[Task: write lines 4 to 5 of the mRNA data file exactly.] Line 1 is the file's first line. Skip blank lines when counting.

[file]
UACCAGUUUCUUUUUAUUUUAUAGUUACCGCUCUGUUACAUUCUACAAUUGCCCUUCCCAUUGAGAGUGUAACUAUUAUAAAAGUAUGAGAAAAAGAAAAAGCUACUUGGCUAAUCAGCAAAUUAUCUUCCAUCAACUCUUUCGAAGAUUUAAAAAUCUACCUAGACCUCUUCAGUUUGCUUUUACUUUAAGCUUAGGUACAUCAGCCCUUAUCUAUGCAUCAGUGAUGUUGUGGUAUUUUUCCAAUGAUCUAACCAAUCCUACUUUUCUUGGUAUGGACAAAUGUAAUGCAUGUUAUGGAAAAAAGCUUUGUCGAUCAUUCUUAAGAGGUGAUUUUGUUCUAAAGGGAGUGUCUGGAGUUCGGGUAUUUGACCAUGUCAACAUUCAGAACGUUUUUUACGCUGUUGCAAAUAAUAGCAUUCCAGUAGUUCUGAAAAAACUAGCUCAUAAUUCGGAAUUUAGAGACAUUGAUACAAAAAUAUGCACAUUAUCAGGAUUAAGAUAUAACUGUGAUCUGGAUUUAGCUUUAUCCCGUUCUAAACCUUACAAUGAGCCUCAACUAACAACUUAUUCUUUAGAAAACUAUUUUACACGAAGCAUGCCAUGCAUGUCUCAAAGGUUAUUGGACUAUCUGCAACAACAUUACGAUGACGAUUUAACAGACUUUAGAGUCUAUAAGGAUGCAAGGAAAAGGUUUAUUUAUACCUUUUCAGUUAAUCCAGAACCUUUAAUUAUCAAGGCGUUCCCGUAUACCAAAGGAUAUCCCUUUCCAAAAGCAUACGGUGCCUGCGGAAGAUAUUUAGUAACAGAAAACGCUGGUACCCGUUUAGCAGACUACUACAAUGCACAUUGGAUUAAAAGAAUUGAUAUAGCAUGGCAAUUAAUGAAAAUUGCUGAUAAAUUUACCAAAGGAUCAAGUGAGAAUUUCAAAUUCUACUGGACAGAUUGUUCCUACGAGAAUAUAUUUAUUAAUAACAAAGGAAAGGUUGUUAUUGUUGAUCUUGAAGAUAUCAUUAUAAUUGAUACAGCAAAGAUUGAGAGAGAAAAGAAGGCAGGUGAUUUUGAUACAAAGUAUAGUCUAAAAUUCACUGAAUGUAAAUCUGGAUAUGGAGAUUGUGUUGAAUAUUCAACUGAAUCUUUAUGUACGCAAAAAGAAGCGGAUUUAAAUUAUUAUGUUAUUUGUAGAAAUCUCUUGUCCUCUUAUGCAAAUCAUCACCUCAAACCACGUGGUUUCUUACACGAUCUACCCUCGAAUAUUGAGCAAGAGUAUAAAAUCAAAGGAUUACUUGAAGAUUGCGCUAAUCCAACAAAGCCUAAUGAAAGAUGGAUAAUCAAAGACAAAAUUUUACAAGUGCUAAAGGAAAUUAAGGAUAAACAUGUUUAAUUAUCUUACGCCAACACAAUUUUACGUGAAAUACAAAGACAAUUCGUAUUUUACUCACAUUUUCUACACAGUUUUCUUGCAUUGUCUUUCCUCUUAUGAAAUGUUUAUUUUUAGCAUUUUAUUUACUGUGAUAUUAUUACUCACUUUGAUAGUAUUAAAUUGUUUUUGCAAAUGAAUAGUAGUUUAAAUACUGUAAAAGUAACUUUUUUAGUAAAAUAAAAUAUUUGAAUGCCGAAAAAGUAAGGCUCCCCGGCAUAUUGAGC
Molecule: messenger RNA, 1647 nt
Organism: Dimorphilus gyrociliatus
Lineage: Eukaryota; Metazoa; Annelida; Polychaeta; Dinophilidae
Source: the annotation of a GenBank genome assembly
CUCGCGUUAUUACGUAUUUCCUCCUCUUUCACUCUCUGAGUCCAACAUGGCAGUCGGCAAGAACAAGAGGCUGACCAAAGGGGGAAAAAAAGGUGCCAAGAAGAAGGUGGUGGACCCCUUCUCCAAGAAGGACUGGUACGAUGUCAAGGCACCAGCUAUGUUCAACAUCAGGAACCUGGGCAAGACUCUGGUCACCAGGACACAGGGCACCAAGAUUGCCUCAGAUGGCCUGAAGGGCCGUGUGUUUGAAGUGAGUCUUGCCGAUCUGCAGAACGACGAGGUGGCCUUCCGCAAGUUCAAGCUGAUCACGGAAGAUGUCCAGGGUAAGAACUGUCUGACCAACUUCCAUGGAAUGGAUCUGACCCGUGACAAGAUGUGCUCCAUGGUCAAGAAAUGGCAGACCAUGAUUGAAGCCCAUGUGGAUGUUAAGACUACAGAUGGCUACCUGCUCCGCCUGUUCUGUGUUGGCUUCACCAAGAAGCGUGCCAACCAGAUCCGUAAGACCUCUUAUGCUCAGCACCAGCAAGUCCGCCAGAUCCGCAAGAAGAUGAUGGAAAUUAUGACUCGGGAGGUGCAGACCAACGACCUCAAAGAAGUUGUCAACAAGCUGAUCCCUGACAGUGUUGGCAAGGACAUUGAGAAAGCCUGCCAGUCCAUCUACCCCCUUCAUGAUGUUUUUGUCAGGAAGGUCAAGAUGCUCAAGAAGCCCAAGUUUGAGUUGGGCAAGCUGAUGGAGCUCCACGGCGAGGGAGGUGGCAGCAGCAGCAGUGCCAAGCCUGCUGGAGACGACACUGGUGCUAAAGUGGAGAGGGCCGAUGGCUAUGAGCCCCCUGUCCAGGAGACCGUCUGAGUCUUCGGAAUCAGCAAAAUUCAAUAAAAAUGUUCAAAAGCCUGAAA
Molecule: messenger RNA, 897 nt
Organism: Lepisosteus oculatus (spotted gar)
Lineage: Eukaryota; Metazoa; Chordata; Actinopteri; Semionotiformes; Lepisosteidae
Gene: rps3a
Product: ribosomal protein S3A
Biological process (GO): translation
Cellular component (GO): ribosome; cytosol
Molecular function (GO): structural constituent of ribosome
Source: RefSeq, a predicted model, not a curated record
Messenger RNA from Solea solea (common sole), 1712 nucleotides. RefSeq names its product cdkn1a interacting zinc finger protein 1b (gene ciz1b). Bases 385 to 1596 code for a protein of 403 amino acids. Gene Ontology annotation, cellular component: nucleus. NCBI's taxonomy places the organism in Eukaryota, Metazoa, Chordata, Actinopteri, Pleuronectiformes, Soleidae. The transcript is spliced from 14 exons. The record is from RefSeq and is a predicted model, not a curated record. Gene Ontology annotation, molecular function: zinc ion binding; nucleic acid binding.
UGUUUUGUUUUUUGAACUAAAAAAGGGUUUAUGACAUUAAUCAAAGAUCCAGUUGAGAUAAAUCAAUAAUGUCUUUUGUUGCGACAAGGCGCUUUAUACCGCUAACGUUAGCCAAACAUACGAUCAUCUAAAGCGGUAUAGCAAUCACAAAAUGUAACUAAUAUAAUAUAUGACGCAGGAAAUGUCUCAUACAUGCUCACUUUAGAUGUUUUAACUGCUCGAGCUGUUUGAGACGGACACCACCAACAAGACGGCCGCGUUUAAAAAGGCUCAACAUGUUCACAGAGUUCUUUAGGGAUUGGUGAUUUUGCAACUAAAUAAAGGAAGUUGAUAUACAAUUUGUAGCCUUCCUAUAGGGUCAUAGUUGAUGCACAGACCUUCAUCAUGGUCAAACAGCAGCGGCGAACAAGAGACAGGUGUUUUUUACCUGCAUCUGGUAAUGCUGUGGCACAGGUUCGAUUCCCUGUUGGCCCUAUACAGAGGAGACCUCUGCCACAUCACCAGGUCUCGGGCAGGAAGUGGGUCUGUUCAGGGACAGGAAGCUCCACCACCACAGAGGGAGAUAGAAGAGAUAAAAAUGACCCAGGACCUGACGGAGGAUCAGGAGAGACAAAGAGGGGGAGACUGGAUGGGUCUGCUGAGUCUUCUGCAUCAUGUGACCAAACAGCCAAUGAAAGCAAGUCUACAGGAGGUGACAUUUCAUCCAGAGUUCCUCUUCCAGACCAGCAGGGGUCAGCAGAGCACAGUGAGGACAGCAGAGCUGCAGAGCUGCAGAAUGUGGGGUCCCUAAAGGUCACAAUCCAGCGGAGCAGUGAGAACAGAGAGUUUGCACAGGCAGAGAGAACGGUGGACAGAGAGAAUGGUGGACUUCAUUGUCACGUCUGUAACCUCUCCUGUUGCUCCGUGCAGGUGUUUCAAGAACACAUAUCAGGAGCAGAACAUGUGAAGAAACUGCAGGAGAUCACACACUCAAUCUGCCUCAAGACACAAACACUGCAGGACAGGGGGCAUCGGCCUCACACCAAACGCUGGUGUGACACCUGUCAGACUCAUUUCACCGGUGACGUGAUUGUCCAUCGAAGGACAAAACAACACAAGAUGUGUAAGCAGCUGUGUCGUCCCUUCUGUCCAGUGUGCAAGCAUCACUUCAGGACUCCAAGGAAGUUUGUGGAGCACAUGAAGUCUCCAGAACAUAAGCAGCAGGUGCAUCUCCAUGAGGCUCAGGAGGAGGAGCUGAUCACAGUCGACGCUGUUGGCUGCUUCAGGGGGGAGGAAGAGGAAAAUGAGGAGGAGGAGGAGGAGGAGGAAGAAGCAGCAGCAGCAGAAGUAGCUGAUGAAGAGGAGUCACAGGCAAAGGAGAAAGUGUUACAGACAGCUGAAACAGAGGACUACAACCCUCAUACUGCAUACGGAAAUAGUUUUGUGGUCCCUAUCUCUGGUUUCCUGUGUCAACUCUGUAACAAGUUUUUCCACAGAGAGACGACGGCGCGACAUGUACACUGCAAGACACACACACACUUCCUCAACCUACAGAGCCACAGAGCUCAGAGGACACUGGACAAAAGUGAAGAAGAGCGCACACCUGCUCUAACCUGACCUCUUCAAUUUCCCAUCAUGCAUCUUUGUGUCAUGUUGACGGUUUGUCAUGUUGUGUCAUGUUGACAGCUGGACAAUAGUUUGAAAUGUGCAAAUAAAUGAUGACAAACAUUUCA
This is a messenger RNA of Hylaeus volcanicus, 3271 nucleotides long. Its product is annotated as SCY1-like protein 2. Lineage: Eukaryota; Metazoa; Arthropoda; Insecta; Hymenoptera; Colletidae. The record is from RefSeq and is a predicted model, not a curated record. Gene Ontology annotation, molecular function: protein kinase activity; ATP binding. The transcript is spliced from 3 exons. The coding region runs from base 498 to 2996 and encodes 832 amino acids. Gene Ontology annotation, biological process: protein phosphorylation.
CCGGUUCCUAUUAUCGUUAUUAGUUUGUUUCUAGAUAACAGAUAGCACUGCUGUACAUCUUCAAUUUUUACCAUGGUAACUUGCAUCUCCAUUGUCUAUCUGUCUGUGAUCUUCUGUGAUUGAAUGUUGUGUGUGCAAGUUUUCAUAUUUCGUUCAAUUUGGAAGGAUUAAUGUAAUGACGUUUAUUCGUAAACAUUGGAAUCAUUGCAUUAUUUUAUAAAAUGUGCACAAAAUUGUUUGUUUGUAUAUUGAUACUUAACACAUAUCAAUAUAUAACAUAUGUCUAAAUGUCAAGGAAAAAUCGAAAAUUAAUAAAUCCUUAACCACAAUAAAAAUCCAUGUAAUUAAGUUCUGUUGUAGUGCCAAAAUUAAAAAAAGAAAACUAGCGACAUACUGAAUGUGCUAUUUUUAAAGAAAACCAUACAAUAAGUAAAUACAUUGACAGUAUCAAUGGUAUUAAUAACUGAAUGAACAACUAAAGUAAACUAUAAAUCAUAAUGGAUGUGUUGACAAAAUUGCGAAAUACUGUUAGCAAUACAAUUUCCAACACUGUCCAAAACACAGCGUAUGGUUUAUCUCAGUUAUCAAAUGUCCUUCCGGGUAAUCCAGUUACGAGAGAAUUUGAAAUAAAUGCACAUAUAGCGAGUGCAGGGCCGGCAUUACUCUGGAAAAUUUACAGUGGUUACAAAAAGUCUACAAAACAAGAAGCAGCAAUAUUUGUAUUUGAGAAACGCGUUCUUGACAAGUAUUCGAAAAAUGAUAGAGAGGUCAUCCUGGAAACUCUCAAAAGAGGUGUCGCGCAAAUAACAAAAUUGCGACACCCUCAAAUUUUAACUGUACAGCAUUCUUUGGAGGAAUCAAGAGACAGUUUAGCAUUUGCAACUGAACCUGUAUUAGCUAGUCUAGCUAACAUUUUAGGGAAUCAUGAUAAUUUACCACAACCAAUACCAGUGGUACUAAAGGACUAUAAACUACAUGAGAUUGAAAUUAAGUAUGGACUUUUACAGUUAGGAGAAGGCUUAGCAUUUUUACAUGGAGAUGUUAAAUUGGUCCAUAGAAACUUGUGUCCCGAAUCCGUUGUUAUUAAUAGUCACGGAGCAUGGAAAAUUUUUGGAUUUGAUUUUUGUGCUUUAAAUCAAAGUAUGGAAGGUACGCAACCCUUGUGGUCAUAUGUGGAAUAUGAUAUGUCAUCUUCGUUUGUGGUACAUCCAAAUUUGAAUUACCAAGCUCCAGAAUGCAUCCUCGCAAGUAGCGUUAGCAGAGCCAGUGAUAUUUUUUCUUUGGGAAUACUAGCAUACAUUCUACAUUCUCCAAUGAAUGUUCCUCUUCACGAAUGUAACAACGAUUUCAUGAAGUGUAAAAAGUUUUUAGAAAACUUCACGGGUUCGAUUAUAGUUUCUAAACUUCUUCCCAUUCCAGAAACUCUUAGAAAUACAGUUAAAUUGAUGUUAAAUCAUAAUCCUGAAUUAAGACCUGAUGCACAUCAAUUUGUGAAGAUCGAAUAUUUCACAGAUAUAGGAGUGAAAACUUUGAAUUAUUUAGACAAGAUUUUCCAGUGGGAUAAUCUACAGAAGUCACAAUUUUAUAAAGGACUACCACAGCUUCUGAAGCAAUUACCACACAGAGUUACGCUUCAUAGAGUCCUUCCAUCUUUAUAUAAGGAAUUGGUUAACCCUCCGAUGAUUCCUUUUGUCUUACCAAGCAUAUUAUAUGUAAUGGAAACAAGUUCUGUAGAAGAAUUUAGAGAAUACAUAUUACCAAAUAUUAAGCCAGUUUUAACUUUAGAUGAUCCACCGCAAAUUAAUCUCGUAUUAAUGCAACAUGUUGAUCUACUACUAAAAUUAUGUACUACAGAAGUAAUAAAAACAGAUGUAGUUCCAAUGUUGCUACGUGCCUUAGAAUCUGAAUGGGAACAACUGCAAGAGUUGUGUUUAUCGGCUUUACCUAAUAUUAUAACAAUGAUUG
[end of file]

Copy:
Lineage: Eukaryota; Metazoa; Annelida; Polychaeta; Dinophilidae
Source: the annotation of a GenBank genome assembly